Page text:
(May 07, After winning a second term as President and consolidating power through a general election, Sri Lanka President Mahinda Rajapaksa has decided to appoint a committee to probe any right abuses committed during the decade-long war with the Liberation Tigers of Tamil Ealam (LTTE) and to compensate the victims and their families who suffered during the conflict that killed nearly 100,000 people.
The President will shortly appoint a commission to report on the 'Lessons Learnt and Reconciliation' with regard to the difficulties and troubled times that Sri Lanka had to undergo due to the terrorist inspired, maneuvered and created conflict situation in recent years, the government media unit announced today.
The commission outwardly appears as a Truth Commission that can lead to a genuine post-war reconciliation if it proceeds in a genuine path. But it is not an international commission of eminent persons. Still there is no guarantee about the ethnic balance of the commission. The guarantee of the safety of the witnesses is something unachievable in the present context of Sri Lanka. Yet, the Sri Lankan government needs to ensure accountability for serious violations, an absolutely vital precondition for genuine reconciliation and lasting peace. Let us wish the proceeding of the commission may find solutions for these basic issues. But, does Sri Lanka have capacities for a commission of this nature? Why does it not go international?
In the present context, President Mahinda Rajapaksa is so powerful that the international community will not consider penalizing him. Instead, they can help to build up a productive mechanism for a true reconciliation process. The President needs to understand that reconciliation cannot be imposed. It should generate on its own. He can facilitate it efficiently to achieve positive outcome.
Last May, President Rajapaksa promised UN Secretary-General Ban Ki-Moon to investigate allegations of laws-of-war violations.
Western governments and right groups have accused Sri Lanka military of war crimes during the final phase of its bloody offensive with the LTTE in which the military crushed the rebel outfit and all of its senior leaders last May.
This commission seems a result of US pressure. In October, the US Ambassador at Large for War Crimes Issues Stephen Rapp called on the Sri Lankan government to "develop an accountability process that respects the interests of all."
In November, the publication of the State Department report compelled Rajapaksa to appoint a six-member committee of "experts" to "examine [its allegations] carefully." The committee's only mandate was to provide recommendations to the president in December (later postponed to April), and its members appeared not to be independent-minded.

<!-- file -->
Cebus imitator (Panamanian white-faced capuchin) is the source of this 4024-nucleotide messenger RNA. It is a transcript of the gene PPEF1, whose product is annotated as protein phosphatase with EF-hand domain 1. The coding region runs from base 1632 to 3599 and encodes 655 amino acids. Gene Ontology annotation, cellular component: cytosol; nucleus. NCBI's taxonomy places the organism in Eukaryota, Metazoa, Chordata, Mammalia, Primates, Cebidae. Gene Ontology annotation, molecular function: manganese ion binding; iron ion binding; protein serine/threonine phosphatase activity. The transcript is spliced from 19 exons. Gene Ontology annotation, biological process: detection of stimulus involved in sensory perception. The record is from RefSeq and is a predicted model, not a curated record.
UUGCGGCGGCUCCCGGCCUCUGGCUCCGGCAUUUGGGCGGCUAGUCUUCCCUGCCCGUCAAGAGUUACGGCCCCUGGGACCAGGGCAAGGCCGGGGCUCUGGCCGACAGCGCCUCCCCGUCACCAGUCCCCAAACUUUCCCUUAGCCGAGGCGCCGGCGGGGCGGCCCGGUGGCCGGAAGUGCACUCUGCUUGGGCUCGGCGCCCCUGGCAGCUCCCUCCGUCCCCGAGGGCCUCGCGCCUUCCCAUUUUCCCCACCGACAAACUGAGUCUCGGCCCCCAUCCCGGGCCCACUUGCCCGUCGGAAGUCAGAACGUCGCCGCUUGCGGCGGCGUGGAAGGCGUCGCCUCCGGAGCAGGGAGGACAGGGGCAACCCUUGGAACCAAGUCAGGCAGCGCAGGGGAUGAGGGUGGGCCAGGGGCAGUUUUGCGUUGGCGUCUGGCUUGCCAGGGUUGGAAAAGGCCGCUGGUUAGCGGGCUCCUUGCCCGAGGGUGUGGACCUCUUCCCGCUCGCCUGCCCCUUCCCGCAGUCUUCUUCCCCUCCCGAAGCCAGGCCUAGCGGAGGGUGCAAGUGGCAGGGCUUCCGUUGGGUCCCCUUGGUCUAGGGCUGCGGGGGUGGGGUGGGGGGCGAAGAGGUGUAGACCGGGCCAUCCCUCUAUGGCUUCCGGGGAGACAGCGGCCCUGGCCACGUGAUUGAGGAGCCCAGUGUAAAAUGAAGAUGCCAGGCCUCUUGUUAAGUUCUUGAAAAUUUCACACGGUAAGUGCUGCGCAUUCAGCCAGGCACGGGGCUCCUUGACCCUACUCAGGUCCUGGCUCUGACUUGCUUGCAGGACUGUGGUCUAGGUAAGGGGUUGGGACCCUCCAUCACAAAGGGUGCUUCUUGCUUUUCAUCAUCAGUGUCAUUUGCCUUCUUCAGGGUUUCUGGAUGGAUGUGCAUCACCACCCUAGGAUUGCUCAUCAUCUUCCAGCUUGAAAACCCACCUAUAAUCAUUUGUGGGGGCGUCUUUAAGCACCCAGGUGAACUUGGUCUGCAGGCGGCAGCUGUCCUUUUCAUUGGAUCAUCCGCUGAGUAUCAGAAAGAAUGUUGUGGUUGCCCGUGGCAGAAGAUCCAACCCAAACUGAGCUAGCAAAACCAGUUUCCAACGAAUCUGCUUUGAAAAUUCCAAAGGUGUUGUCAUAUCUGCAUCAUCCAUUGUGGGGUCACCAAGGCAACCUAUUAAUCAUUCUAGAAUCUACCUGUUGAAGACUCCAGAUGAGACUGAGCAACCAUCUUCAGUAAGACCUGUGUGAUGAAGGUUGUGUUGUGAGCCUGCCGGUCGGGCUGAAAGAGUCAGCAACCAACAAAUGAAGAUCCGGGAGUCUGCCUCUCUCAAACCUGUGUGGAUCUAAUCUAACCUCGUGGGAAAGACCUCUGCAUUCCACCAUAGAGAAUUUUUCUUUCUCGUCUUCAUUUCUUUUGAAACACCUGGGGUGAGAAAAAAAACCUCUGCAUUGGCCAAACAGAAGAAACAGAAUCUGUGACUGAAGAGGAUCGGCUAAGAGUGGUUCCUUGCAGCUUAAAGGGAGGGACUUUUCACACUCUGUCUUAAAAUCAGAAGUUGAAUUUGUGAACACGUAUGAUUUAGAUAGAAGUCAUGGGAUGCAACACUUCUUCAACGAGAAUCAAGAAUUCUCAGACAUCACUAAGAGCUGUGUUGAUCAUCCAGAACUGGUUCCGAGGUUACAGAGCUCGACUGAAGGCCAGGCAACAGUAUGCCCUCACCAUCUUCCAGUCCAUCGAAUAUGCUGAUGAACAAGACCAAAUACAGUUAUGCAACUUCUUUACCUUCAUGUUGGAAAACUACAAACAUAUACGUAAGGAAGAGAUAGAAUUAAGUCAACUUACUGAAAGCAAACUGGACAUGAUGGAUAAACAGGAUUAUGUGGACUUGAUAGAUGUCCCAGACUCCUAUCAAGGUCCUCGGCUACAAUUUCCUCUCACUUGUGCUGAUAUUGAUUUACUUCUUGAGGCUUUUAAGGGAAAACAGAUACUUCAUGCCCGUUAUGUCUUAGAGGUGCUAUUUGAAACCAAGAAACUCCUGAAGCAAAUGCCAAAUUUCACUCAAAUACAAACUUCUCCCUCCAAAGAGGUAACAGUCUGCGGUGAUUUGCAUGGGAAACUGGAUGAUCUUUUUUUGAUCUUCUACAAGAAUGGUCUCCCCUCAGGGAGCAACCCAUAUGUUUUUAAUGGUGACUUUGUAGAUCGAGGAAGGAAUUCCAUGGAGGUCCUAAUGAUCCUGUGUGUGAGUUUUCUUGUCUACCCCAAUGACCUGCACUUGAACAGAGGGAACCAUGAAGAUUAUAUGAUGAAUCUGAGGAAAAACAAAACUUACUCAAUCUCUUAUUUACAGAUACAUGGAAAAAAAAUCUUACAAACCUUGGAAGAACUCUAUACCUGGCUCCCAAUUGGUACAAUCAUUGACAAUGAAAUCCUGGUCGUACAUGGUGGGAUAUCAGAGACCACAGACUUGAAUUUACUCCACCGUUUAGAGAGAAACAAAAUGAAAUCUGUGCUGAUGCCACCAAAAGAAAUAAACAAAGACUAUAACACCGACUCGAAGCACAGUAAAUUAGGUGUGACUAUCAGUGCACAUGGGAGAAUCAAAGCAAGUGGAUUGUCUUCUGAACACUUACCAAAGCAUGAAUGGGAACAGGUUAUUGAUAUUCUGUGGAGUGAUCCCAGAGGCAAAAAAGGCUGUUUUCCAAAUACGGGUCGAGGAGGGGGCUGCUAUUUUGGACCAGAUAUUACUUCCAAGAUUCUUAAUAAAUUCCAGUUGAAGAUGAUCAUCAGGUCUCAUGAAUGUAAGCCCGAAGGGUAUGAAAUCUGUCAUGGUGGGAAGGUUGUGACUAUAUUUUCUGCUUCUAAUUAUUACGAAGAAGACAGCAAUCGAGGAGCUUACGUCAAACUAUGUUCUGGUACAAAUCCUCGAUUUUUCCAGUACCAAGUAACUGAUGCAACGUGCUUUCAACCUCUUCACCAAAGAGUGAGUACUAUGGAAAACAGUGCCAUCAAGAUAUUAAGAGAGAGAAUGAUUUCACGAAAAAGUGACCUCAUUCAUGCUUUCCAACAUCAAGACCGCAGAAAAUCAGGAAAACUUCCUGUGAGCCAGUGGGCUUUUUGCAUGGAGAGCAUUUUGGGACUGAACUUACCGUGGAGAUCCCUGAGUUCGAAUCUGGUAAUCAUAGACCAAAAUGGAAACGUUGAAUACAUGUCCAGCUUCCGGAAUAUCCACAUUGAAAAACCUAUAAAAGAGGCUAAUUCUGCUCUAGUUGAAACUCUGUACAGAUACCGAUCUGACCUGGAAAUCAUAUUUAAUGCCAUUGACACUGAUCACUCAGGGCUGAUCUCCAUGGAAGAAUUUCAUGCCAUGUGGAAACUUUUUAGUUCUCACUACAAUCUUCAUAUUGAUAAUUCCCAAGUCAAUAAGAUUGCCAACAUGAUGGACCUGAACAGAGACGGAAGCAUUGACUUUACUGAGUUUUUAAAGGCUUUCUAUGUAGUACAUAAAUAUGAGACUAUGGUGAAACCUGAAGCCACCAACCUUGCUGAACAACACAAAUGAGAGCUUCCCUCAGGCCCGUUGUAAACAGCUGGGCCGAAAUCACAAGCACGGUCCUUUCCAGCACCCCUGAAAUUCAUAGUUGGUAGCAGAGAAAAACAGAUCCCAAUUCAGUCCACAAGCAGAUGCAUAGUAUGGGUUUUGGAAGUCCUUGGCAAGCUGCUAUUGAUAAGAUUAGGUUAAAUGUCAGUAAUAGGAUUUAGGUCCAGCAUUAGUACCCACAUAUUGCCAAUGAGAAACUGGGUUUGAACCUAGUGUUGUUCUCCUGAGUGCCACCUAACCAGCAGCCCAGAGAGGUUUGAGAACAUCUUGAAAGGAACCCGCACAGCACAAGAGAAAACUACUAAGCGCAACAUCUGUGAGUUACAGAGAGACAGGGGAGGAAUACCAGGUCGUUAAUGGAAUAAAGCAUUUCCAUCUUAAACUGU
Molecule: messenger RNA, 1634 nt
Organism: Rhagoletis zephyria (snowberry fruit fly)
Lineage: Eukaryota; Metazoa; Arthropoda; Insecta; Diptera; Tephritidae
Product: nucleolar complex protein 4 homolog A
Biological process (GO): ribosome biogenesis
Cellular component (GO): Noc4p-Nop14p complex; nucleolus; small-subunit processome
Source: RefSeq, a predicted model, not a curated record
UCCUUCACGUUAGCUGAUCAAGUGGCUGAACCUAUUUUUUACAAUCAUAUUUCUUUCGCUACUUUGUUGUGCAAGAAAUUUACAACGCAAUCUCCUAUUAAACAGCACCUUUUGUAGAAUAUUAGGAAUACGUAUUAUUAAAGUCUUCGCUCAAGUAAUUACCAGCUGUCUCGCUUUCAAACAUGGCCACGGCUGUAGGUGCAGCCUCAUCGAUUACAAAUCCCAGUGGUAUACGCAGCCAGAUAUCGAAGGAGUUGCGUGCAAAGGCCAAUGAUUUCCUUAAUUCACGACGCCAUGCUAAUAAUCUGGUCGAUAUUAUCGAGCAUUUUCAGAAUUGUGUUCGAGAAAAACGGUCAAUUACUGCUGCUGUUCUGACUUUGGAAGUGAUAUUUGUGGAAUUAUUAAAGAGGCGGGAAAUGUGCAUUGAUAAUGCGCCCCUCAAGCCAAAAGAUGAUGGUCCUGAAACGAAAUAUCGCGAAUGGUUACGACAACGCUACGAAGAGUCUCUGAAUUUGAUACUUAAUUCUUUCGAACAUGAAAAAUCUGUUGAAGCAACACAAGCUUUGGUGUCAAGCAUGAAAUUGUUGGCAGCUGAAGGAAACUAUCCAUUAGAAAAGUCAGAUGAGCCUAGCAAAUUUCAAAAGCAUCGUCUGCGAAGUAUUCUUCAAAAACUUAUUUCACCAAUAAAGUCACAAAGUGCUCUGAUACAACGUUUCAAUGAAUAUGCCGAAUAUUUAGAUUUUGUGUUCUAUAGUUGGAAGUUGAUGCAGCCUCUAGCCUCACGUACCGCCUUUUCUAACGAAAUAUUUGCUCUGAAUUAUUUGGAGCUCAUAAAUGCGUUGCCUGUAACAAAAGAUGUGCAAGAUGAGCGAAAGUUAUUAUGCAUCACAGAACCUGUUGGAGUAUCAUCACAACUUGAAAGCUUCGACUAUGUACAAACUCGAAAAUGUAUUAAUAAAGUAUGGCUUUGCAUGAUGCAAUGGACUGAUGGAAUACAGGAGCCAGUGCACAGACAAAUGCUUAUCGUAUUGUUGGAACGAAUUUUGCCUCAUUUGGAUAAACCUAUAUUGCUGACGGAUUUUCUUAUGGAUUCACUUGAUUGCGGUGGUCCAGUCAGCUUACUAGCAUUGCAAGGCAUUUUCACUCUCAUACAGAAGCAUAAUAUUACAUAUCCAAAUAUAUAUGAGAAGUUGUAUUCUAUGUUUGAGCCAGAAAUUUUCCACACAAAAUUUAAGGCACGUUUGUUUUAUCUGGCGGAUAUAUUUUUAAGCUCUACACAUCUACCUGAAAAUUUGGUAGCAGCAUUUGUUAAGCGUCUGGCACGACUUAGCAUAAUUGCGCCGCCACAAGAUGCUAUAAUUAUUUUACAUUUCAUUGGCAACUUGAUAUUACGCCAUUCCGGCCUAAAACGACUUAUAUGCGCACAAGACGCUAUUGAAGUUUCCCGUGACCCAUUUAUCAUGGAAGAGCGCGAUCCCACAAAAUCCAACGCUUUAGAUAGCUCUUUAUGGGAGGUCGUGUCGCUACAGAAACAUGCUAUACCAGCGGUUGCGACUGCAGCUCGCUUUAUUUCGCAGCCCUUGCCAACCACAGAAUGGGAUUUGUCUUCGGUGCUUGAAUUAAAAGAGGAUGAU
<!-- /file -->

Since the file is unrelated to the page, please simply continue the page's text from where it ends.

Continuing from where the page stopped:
Now that committee has gone and a new committee appears before the world that has all reasonable doubts on such moves of Sri Lankan rulers. Once the President Mahinda Rajapaksa appointed an International Independent Group of Eminent Persons (IIGEP) to probe a number of serious violations of human rights. But the IIGEP ended with no productive result and the conclusion of some members of the group that the government lacked the political will to hold accountable the perpetrators of these egregious crimes.
However, we think that it is not fair to be totally pessimistic regarding the fresh move of the President Mahinda Rajapaksa since it is a move for his benefit in the present context than one that can cause damage to him as it could happen before April 08 general elections.
The President is using the present political stability and outward return of normalcy in the country as an opportunity to mend ties with the Western governments that were traditional allies of Sri Lanka and also to emerge in international politics as a recognized leader that defeated terrorism.
The Commission in assessing the 'Lessons Learnt' from the recent conflict phase will search for any violations of internationally accepted norms of conduct in such conflict situations, and the circumstances that may have led to such actions, and identify any persons or groups responsible for such acts, the government announced.
The government says the findings will help to ensure that there will be no recurrence of such tragic conflict in the future. The words alludes a general amnesty although it is not directly connoted.
The Commission comprises seven eminent Sri Lankans that live in the country and abroad. They will evaluate the nature of compensation to be granted to the victims of the conflict or their dependents.
It will also make recommendations for the reconciliation process among the communities, reconstruction, and rehabilitation and recommend the legislative and administrative measures that may be necessary in order to prevent such situations in the future.
The Terms of Reference for the Commission on Lessons Learnt and Reconciliation are to be Gazetted in the next few days.